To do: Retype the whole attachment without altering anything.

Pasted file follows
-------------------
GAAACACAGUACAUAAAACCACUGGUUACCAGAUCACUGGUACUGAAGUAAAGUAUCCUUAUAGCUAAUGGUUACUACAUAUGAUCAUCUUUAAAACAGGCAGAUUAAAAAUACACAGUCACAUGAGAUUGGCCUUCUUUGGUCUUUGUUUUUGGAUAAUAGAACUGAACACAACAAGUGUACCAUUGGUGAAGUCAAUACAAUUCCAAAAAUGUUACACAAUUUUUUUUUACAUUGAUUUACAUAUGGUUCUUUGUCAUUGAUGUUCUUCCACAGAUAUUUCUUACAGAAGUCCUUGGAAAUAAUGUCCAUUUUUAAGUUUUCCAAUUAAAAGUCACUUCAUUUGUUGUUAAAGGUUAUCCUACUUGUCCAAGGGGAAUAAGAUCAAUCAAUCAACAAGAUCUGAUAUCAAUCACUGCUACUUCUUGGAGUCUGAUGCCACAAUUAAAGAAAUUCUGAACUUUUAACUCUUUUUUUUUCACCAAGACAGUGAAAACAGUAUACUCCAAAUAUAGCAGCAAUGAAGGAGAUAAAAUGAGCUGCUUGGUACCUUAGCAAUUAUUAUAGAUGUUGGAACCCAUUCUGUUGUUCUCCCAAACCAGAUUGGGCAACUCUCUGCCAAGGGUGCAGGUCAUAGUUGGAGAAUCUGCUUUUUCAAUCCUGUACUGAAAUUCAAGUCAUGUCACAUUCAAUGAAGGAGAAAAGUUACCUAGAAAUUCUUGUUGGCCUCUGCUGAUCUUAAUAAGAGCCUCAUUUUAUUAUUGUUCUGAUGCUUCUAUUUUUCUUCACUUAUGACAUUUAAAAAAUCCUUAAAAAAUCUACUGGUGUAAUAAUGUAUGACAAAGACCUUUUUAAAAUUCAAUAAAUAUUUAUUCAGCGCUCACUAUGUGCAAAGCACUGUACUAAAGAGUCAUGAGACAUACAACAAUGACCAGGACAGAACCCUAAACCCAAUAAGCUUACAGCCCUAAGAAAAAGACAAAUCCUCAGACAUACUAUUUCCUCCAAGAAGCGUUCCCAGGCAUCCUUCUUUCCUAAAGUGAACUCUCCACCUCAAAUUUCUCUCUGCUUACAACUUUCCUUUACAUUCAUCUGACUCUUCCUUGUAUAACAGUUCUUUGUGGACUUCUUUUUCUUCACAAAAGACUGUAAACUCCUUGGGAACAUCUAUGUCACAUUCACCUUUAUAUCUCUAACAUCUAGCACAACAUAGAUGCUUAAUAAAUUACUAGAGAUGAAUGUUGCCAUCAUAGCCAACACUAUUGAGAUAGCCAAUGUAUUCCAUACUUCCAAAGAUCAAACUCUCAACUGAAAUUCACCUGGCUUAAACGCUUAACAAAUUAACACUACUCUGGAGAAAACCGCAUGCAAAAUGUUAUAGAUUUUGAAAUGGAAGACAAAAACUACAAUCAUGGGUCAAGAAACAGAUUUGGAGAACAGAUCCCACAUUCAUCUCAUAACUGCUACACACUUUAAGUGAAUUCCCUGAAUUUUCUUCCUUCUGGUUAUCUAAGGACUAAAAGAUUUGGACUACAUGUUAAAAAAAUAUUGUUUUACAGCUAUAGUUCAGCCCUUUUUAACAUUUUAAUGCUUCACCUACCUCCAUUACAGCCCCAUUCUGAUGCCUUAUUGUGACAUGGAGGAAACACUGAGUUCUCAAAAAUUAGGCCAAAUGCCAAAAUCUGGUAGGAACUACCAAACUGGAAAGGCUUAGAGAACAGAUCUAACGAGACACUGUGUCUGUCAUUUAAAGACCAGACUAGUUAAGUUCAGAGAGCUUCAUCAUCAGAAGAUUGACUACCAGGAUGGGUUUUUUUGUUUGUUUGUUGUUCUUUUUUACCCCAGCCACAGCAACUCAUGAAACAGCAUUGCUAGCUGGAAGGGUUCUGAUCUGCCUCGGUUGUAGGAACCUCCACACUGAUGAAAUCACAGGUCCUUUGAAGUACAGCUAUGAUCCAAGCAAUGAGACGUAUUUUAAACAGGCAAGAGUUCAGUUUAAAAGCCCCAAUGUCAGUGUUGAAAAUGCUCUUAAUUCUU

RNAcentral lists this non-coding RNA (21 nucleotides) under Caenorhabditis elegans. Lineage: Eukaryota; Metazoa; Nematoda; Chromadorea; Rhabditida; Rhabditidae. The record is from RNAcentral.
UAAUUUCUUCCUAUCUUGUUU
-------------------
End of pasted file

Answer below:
GAAACACAGUACAUAAAACCACUGGUUACCAGAUCACUGGUACUGAAGUAAAGUAUCCUUAUAGCUAAUGGUUACUACAUAUGAUCAUCUUUAAAACAGGCAGAUUAAAAAUACACAGUCACAUGAGAUUGGCCUUCUUUGGUCUUUGUUUUUGGAUAAUAGAACUGAACACAACAAGUGUACCAUUGGUGAAGUCAAUACAAUUCCAAAAAUGUUACACAAUUUUUUUUUACAUUGAUUUACAUAUGGUUCUUUGUCAUUGAUGUUCUUCCACAGAUAUUUCUUACAGAAGUCCUUGGAAAUAAUGUCCAUUUUUAAGUUUUCCAAUUAAAAGUCACUUCAUUUGUUGUUAAAGGUUAUCCUACUUGUCCAAGGGGAAUAAGAUCAAUCAAUCAACAAGAUCUGAUAUCAAUCACUGCUACUUCUUGGAGUCUGAUGCCACAAUUAAAGAAAUUCUGAACUUUUAACUCUUUUUUUUUCACCAAGACAGUGAAAACAGUAUACUCCAAAUAUAGCAGCAAUGAAGGAGAUAAAAUGAGCUGCUUGGUACCUUAGCAAUUAUUAUAGAUGUUGGAACCCAUUCUGUUGUUCUCCCAAACCAGAUUGGGCAACUCUCUGCCAAGGGUGCAGGUCAUAGUUGGAGAAUCUGCUUUUUCAAUCCUGUACUGAAAUUCAAGUCAUGUCACAUUCAAUGAAGGAGAAAAGUUACCUAGAAAUUCUUGUUGGCCUCUGCUGAUCUUAAUAAGAGCCUCAUUUUAUUAUUGUUCUGAUGCUUCUAUUUUUCUUCACUUAUGACAUUUAAAAAAUCCUUAAAAAAUCUACUGGUGUAAUAAUGUAUGACAAAGACCUUUUUAAAAUUCAAUAAAUAUUUAUUCAGCGCUCACUAUGUGCAAAGCACUGUACUAAAGAGUCAUGAGACAUACAACAAUGACCAGGACAGAACCCUAAACCCAAUAAGCUUACAGCCCUAAGAAAAAGACAAAUCCUCAGACAUACUAUUUCCUCCAAGAAGCGUUCCCAGGCAUCCUUCUUUCCUAAAGUGAACUCUCCACCUCAAAUUUCUCUCUGCUUACAACUUUCCUUUACAUUCAUCUGACUCUUCCUUGUAUAACAGUUCUUUGUGGACUUCUUUUUCUUCACAAAAGACUGUAAACUCCUUGGGAACAUCUAUGUCACAUUCACCUUUAUAUCUCUAACAUCUAGCACAACAUAGAUGCUUAAUAAAUUACUAGAGAUGAAUGUUGCCAUCAUAGCCAACACUAUUGAGAUAGCCAAUGUAUUCCAUACUUCCAAAGAUCAAACUCUCAACUGAAAUUCACCUGGCUUAAACGCUUAACAAAUUAACACUACUCUGGAGAAAACCGCAUGCAAAAUGUUAUAGAUUUUGAAAUGGAAGACAAAAACUACAAUCAUGGGUCAAGAAACAGAUUUGGAGAACAGAUCCCACAUUCAUCUCAUAACUGCUACACACUUUAAGUGAAUUCCCUGAAUUUUCUUCCUUCUGGUUAUCUAAGGACUAAAAGAUUUGGACUACAUGUUAAAAAAAUAUUGUUUUACAGCUAUAGUUCAGCCCUUUUUAACAUUUUAAUGCUUCACCUACCUCCAUUACAGCCCCAUUCUGAUGCCUUAUUGUGACAUGGAGGAAACACUGAGUUCUCAAAAAUUAGGCCAAAUGCCAAAAUCUGGUAGGAACUACCAAACUGGAAAGGCUUAGAGAACAGAUCUAACGAGACACUGUGUCUGUCAUUUAAAGACCAGACUAGUUAAGUUCAGAGAGCUUCAUCAUCAGAAGAUUGACUACCAGGAUGGGUUUUUUUGUUUGUUUGUUGUUCUUUUUUACCCCAGCCACAGCAACUCAUGAAACAGCAUUGCUAGCUGGAAGGGUUCUGAUCUGCCUCGGUUGUAGGAACCUCCACACUGAUGAAAUCACAGGUCCUUUGAAGUACAGCUAUGAUCCAAGCAAUGAGACGUAUUUUAAACAGGCAAGAGUUCAGUUUAAAAGCCCCAAUGUCAGUGUUGAAAAUGCUCUUAAUUCUU

RNAcentral lists this non-coding RNA (21 nucleotides) under Caenorhabditis elegans. Lineage: Eukaryota; Metazoa; Nematoda; Chromadorea; Rhabditida; Rhabditidae. The record is from RNAcentral.
UAAUUUCUUCCUAUCUUGUUU